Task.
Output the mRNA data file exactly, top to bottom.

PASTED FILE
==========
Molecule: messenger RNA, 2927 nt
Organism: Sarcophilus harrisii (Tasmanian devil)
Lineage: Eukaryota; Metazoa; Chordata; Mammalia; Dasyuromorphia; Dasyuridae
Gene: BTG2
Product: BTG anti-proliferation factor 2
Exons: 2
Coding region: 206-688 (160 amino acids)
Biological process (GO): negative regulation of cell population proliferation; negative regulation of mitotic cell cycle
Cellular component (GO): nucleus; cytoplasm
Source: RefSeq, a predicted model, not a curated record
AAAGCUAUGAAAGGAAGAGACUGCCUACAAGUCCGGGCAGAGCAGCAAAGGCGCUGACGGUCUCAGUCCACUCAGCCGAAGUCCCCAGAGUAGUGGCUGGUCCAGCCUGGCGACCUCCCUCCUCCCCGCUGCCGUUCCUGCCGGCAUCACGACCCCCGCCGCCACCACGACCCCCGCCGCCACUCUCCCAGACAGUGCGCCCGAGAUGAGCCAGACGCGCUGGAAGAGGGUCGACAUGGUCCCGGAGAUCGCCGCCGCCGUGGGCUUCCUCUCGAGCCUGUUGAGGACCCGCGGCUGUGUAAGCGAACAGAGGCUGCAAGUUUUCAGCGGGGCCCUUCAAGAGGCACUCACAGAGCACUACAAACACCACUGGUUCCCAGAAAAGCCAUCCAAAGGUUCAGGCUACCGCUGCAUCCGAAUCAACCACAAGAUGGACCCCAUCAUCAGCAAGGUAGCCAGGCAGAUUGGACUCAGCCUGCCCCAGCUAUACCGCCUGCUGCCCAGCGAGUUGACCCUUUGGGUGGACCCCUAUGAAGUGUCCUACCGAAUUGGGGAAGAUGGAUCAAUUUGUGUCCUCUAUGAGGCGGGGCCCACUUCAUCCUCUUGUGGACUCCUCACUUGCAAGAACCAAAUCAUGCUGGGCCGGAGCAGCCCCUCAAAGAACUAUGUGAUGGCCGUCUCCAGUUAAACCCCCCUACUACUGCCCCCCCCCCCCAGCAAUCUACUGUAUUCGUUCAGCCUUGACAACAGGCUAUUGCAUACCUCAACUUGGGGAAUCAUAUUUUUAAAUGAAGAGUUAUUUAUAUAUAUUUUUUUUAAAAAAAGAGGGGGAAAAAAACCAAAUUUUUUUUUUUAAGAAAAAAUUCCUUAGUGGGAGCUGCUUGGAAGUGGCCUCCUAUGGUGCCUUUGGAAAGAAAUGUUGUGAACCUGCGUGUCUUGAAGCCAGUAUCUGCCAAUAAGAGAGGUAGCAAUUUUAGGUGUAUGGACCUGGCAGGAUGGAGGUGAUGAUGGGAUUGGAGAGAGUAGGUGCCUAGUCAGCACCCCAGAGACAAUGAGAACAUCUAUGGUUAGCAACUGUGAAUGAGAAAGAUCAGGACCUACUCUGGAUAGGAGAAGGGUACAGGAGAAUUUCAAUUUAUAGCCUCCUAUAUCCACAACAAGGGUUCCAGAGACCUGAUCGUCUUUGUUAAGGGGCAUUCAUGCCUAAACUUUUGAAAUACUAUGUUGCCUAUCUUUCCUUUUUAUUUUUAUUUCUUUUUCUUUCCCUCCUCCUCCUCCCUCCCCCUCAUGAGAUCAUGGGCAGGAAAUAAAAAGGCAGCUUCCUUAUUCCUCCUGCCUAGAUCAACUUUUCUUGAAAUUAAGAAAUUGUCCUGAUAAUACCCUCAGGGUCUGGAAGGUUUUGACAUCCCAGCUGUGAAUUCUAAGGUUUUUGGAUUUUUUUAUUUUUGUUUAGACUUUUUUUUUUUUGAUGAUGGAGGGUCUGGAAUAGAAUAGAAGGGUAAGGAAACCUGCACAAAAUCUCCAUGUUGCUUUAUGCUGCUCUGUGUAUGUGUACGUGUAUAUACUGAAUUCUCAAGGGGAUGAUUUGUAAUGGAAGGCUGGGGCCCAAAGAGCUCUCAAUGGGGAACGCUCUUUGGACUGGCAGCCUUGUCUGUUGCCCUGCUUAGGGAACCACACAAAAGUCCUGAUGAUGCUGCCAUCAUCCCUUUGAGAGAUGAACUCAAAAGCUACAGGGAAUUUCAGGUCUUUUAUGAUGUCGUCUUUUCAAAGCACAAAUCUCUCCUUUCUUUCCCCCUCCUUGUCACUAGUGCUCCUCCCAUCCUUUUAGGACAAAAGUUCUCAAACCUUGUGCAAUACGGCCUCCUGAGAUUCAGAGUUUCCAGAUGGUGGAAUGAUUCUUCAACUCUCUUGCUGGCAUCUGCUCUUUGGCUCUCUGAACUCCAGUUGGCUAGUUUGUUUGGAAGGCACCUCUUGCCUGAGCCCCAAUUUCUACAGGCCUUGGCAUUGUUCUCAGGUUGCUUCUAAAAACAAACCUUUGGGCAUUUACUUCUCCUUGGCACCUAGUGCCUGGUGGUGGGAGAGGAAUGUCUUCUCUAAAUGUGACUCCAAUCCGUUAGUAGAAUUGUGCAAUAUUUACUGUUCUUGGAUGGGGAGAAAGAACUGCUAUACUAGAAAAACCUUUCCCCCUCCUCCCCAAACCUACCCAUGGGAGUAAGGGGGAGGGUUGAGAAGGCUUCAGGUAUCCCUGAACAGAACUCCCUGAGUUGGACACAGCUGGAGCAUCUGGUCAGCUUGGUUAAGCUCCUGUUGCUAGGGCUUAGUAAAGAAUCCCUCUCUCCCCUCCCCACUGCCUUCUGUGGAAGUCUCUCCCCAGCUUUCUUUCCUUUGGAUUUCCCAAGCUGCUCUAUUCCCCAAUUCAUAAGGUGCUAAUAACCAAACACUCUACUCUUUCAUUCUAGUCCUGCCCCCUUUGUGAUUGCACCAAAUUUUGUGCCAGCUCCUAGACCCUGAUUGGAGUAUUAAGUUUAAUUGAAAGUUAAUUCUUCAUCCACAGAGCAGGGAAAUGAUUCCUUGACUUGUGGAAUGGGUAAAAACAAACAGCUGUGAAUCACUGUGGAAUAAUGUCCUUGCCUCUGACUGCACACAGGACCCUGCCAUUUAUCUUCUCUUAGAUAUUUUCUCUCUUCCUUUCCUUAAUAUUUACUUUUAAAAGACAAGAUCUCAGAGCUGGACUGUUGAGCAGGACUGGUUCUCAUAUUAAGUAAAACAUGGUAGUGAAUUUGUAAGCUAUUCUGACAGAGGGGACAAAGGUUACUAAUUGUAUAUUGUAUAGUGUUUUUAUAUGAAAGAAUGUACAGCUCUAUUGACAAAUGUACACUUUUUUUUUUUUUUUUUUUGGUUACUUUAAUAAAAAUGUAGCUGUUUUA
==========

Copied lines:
Molecule: messenger RNA, 2927 nt
Organism: Sarcophilus harrisii (Tasmanian devil)
Lineage: Eukaryota; Metazoa; Chordata; Mammalia; Dasyuromorphia; Dasyuridae
Gene: BTG2
Product: BTG anti-proliferation factor 2
Exons: 2
Coding region: 206-688 (160 amino acids)
Biological process (GO): negative regulation of cell population proliferation; negative regulation of mitotic cell cycle
Cellular component (GO): nucleus; cytoplasm
Source: RefSeq, a predicted model, not a curated record
AAAGCUAUGAAAGGAAGAGACUGCCUACAAGUCCGGGCAGAGCAGCAAAGGCGCUGACGGUCUCAGUCCACUCAGCCGAAGUCCCCAGAGUAGUGGCUGGUCCAGCCUGGCGACCUCCCUCCUCCCCGCUGCCGUUCCUGCCGGCAUCACGACCCCCGCCGCCACCACGACCCCCGCCGCCACUCUCCCAGACAGUGCGCCCGAGAUGAGCCAGACGCGCUGGAAGAGGGUCGACAUGGUCCCGGAGAUCGCCGCCGCCGUGGGCUUCCUCUCGAGCCUGUUGAGGACCCGCGGCUGUGUAAGCGAACAGAGGCUGCAAGUUUUCAGCGGGGCCCUUCAAGAGGCACUCACAGAGCACUACAAACACCACUGGUUCCCAGAAAAGCCAUCCAAAGGUUCAGGCUACCGCUGCAUCCGAAUCAACCACAAGAUGGACCCCAUCAUCAGCAAGGUAGCCAGGCAGAUUGGACUCAGCCUGCCCCAGCUAUACCGCCUGCUGCCCAGCGAGUUGACCCUUUGGGUGGACCCCUAUGAAGUGUCCUACCGAAUUGGGGAAGAUGGAUCAAUUUGUGUCCUCUAUGAGGCGGGGCCCACUUCAUCCUCUUGUGGACUCCUCACUUGCAAGAACCAAAUCAUGCUGGGCCGGAGCAGCCCCUCAAAGAACUAUGUGAUGGCCGUCUCCAGUUAAACCCCCCUACUACUGCCCCCCCCCCCCAGCAAUCUACUGUAUUCGUUCAGCCUUGACAACAGGCUAUUGCAUACCUCAACUUGGGGAAUCAUAUUUUUAAAUGAAGAGUUAUUUAUAUAUAUUUUUUUUAAAAAAAGAGGGGGAAAAAAACCAAAUUUUUUUUUUUAAGAAAAAAUUCCUUAGUGGGAGCUGCUUGGAAGUGGCCUCCUAUGGUGCCUUUGGAAAGAAAUGUUGUGAACCUGCGUGUCUUGAAGCCAGUAUCUGCCAAUAAGAGAGGUAGCAAUUUUAGGUGUAUGGACCUGGCAGGAUGGAGGUGAUGAUGGGAUUGGAGAGAGUAGGUGCCUAGUCAGCACCCCAGAGACAAUGAGAACAUCUAUGGUUAGCAACUGUGAAUGAGAAAGAUCAGGACCUACUCUGGAUAGGAGAAGGGUACAGGAGAAUUUCAAUUUAUAGCCUCCUAUAUCCACAACAAGGGUUCCAGAGACCUGAUCGUCUUUGUUAAGGGGCAUUCAUGCCUAAACUUUUGAAAUACUAUGUUGCCUAUCUUUCCUUUUUAUUUUUAUUUCUUUUUCUUUCCCUCCUCCUCCUCCCUCCCCCUCAUGAGAUCAUGGGCAGGAAAUAAAAAGGCAGCUUCCUUAUUCCUCCUGCCUAGAUCAACUUUUCUUGAAAUUAAGAAAUUGUCCUGAUAAUACCCUCAGGGUCUGGAAGGUUUUGACAUCCCAGCUGUGAAUUCUAAGGUUUUUGGAUUUUUUUAUUUUUGUUUAGACUUUUUUUUUUUUGAUGAUGGAGGGUCUGGAAUAGAAUAGAAGGGUAAGGAAACCUGCACAAAAUCUCCAUGUUGCUUUAUGCUGCUCUGUGUAUGUGUACGUGUAUAUACUGAAUUCUCAAGGGGAUGAUUUGUAAUGGAAGGCUGGGGCCCAAAGAGCUCUCAAUGGGGAACGCUCUUUGGACUGGCAGCCUUGUCUGUUGCCCUGCUUAGGGAACCACACAAAAGUCCUGAUGAUGCUGCCAUCAUCCCUUUGAGAGAUGAACUCAAAAGCUACAGGGAAUUUCAGGUCUUUUAUGAUGUCGUCUUUUCAAAGCACAAAUCUCUCCUUUCUUUCCCCCUCCUUGUCACUAGUGCUCCUCCCAUCCUUUUAGGACAAAAGUUCUCAAACCUUGUGCAAUACGGCCUCCUGAGAUUCAGAGUUUCCAGAUGGUGGAAUGAUUCUUCAACUCUCUUGCUGGCAUCUGCUCUUUGGCUCUCUGAACUCCAGUUGGCUAGUUUGUUUGGAAGGCACCUCUUGCCUGAGCCCCAAUUUCUACAGGCCUUGGCAUUGUUCUCAGGUUGCUUCUAAAAACAAACCUUUGGGCAUUUACUUCUCCUUGGCACCUAGUGCCUGGUGGUGGGAGAGGAAUGUCUUCUCUAAAUGUGACUCCAAUCCGUUAGUAGAAUUGUGCAAUAUUUACUGUUCUUGGAUGGGGAGAAAGAACUGCUAUACUAGAAAAACCUUUCCCCCUCCUCCCCAAACCUACCCAUGGGAGUAAGGGGGAGGGUUGAGAAGGCUUCAGGUAUCCCUGAACAGAACUCCCUGAGUUGGACACAGCUGGAGCAUCUGGUCAGCUUGGUUAAGCUCCUGUUGCUAGGGCUUAGUAAAGAAUCCCUCUCUCCCCUCCCCACUGCCUUCUGUGGAAGUCUCUCCCCAGCUUUCUUUCCUUUGGAUUUCCCAAGCUGCUCUAUUCCCCAAUUCAUAAGGUGCUAAUAACCAAACACUCUACUCUUUCAUUCUAGUCCUGCCCCCUUUGUGAUUGCACCAAAUUUUGUGCCAGCUCCUAGACCCUGAUUGGAGUAUUAAGUUUAAUUGAAAGUUAAUUCUUCAUCCACAGAGCAGGGAAAUGAUUCCUUGACUUGUGGAAUGGGUAAAAACAAACAGCUGUGAAUCACUGUGGAAUAAUGUCCUUGCCUCUGACUGCACACAGGACCCUGCCAUUUAUCUUCUCUUAGAUAUUUUCUCUCUUCCUUUCCUUAAUAUUUACUUUUAAAAGACAAGAUCUCAGAGCUGGACUGUUGAGCAGGACUGGUUCUCAUAUUAAGUAAAACAUGGUAGUGAAUUUGUAAGCUAUUCUGACAGAGGGGACAAAGGUUACUAAUUGUAUAUUGUAUAGUGUUUUUAUAUGAAAGAAUGUACAGCUCUAUUGACAAAUGUACACUUUUUUUUUUUUUUUUUUUGGUUACUUUAAUAAAAAUGUAGCUGUUUUA